`Greek Proposal to Mix Oils a 'Cause for War' - Olive Oil Times

Greek Proposal to Mix Oils a 'Cause for War'

Mar. 3, 2014
Marissa Tejada

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A Greek farmer dri­ves home with his fresh pressed olive oil in bar­rels near Alyki, Greece. (Matthias Schrader)

Many Greeks involved in the olive oil indus­try are in an uproar over a pro­posal pre­sented to the Greek gov­ern­ment to blend their prod­uct with cheaper oils like soy­bean, corn and sun­flower oil. If imple­mented, sup­port­ers claim it would help boost the country’s weak econ­omy.

Increasing Competition

The Hellenic Competition Commission pre­sented the Greek par­lia­ment with their pro­posal which included pro­duc­ing cheaper blended olive oil that would be labeled as such. So far, the Greek gov­ern­ment is not mov­ing ahead with it. However, the very con­sid­er­a­tion of the idea has upset many com­mit­ted to the indus­try, on many lev­els.

The health of Greek peo­ple is bet­ter than in the other places in the world and that is proven in stud­ies. The main rea­son is olive oil which is what our very diet is based on,” said Vassilia Fragaki, the President of Cooperativa Sitia which is a union of extra vir­gin olive oil pro­duc­ers on the Greek olive oil pro­duc­ing island of Crete. In an inter­view with Olive Oil Times, Fragaki said the pro­posal is a seri­ous issue when you con­sider that the eco­nomic cri­sis could com­pro­mise health.


Definitely we are against view­points like cheap oils. In Greece, we still pro­mote gath­er­ing raw food. We are plant­ing our own veg­etable gar­dens and of course pro­duc­ing and con­sum­ing nat­ural extra vir­gin olive oil.”

As it stands, it is against the law for Greek olive oil pro­duc­ers to blend their olive oil with other oils. The Hellenic Competition Commission based their find­ings on research by the Organization for Economic Cooperation and Development (OECD) which is an inter­na­tional eco­nomic orga­ni­za­tion founded to stim­u­late eco­nomic progress and world trade. The OECD con­cluded there are ben­e­fits to the pro­posal. For exam­ple, blended cheaper oils would be more afford­able to low-income fam­i­lies.

Fevronia Patrianakou

During a ses­sion in Greek par­lia­ment, the Deputy Minister for Rural Development, Maximus Charakopoulos, said that the pro­posal would cre­ate a more com­pet­i­tive envi­ron­ment for Greek olive oil pro­duc­ers. We aspire in this way to close the gap in the price of pro­duc­tion to the store shelf.”

In response, Greek MP, Fevronia Patrianakou, said the OECD pro­posal is, a cause for war.” During the par­lia­ment ses­sion she also said, We strive to high­light the qual­ity fea­tures of our prod­ucts. There is no way we should accept pro­pos­als that dis­tort the truth of what really makes it on the store shelf.”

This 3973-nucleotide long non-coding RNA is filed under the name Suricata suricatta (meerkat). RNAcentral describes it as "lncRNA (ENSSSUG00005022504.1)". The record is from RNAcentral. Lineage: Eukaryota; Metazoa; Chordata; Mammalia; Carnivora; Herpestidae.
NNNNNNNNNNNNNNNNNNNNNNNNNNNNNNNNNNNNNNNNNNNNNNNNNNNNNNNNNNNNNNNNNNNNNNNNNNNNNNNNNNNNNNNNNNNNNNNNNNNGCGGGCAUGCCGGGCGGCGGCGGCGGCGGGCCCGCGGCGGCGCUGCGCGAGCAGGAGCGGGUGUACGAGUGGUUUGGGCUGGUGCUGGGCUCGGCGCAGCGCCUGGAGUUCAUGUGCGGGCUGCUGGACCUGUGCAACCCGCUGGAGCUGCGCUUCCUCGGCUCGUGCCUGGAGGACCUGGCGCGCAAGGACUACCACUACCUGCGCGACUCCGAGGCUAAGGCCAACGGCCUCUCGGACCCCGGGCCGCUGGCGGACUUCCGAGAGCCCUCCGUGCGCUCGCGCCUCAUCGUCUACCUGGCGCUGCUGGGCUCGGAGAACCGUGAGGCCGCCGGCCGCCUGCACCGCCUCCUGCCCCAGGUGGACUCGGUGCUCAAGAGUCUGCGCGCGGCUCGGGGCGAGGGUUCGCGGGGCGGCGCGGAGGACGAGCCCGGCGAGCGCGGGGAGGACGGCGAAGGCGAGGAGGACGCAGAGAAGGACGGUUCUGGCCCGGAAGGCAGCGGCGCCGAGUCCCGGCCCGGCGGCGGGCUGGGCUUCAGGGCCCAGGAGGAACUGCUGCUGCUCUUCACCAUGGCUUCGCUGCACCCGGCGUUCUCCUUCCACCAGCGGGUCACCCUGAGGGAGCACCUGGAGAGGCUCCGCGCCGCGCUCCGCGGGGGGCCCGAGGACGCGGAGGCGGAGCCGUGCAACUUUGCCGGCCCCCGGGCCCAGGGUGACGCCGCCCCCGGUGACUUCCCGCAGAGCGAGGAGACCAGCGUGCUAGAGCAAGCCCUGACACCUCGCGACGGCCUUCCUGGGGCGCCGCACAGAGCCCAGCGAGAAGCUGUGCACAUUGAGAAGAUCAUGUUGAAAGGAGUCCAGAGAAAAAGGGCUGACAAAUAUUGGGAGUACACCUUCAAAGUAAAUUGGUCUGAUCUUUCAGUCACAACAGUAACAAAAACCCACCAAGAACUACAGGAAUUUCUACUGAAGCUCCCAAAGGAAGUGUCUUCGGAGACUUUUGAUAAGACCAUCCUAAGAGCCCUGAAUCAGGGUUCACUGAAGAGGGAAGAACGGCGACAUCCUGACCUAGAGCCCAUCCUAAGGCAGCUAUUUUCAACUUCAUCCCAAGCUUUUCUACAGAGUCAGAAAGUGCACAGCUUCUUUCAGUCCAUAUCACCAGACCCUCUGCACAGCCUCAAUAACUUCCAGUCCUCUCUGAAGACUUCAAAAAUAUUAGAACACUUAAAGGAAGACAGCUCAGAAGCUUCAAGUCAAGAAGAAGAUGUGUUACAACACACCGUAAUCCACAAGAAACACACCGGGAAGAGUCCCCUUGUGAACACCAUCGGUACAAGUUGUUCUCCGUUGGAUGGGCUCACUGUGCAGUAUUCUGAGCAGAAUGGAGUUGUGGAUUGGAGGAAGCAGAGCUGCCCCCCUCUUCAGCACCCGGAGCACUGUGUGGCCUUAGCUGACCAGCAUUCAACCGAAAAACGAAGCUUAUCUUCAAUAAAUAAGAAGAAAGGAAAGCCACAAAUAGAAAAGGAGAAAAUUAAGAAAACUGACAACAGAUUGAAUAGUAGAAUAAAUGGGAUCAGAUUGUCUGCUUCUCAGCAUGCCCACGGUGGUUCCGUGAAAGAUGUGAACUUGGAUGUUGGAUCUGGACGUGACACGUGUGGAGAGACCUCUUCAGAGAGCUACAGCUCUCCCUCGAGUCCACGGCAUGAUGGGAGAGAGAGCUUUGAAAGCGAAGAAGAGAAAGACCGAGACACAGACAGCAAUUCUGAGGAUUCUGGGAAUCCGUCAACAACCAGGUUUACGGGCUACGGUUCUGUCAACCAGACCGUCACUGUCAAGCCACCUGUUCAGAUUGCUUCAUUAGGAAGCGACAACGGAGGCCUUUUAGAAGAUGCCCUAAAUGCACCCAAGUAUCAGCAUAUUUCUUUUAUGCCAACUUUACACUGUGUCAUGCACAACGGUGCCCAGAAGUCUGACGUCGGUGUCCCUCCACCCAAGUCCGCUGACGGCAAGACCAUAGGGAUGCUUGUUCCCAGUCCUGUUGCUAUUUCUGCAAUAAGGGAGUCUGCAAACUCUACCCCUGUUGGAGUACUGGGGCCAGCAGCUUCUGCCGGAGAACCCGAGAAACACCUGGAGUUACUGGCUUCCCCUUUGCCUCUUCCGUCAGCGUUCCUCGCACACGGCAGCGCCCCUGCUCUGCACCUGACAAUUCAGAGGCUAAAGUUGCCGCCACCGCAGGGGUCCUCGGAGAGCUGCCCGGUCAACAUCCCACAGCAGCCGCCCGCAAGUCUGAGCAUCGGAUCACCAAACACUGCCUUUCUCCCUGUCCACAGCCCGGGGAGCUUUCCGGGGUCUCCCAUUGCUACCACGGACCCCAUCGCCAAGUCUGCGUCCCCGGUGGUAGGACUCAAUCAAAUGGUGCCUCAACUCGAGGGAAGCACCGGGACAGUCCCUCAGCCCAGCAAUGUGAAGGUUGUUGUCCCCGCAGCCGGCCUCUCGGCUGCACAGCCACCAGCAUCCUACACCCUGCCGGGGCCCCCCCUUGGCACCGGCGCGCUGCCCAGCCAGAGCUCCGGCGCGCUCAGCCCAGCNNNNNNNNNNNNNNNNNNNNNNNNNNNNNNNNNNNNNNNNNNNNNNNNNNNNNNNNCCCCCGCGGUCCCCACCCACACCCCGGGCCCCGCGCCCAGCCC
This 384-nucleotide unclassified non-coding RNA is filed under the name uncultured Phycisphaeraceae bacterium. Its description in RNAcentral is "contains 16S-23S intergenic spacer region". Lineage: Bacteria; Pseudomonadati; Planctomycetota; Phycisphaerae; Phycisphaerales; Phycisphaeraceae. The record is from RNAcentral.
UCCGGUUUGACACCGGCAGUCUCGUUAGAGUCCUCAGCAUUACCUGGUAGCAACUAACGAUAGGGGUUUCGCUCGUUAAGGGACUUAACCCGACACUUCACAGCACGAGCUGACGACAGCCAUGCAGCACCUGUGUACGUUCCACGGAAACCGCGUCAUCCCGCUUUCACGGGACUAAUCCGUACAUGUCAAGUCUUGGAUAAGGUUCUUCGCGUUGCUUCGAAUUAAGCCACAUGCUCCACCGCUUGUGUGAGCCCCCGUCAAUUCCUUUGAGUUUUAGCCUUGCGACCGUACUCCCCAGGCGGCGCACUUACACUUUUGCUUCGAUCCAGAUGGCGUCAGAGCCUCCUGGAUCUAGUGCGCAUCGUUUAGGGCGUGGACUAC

Blended in the Market

I am really won­der­ing how much cheaper oils can be made,” said Efthimios Christakis, who spe­cial­izes in pro­mot­ing and mar­ket­ing Greek olive oil in Germany. He pointed out that blended oils have been on the mar­ket for years and are sold at a low price point already. Allowing blended Greek oils in the mar­ket will do noth­ing but harm the Greek olive oil indus­try, an indus­try that has been slowly build­ing up in a pos­i­tive way.

For years now we have made and con­tinue to make a big effort so that Greek olive oil can build its rep­u­ta­tion in the global mar­ket and really show off its iden­tity, one that is asso­ci­ated with qual­ity.”

That iden­tity comes from a strong base. The Greek olive oil cul­ture dates back to ancient times and today Greeks con­sume the most olive oil in the world, about 18 liters per per­son, each year. However, due to weak brand­ing and mar­ket­ing efforts, Greece’s qual­ity excess olive oil is usu­ally trucked off and sold as a bulk prod­uct to be mixed with olive oil from coun­tries like Italy and Spain.

Concentrating on qual­ity, rather than cheap blends, is very impor­tant. Quality is what will lead us to bet­ter pric­ing and reduce the bulk. In the process Greece can increase its hold in the mar­ket for the bot­tled and branded prod­ucts.”

More than Money

Fragaki said the health ben­e­fits, proven to derive from pure Greek olive oil are enough to under­stand just how unique the prod­uct is, a prod­uct that shouldn’t be tainted with.

This should not be ignored. The king of oils is the extra vir­gin olive oil. It is a trea­sure.” She pointed out the dif­fer­ence, explain­ing that the invest­ment in con­sum­ing a few spoons of high qual­ity Greek olive oil ver­sus buy­ing a large plas­tic pack­age of a cheap blend is worth the ben­e­fits for any con­sumer and that should be the value.

Christakis agreed. He also high­lighted that Greek olive oil remains a sym­bol of cul­ture and health and a part of daily con­sump­tion for the Greek peo­ple. Those are just a few more rea­sons the idea of a blended ver­sion should be be tucked away, per­ma­nently.

My opin­ion is that Greeks should focus aggres­sively on the right qual­ity and pro­mot­ing Greek olive oil’s authen­tic iden­tity. We should let other coun­tries, where they sim­ply do not have a large amount of extra vir­gin olive oil, mar­ket the fake mixes and chem­i­cal inno­va­tions.”

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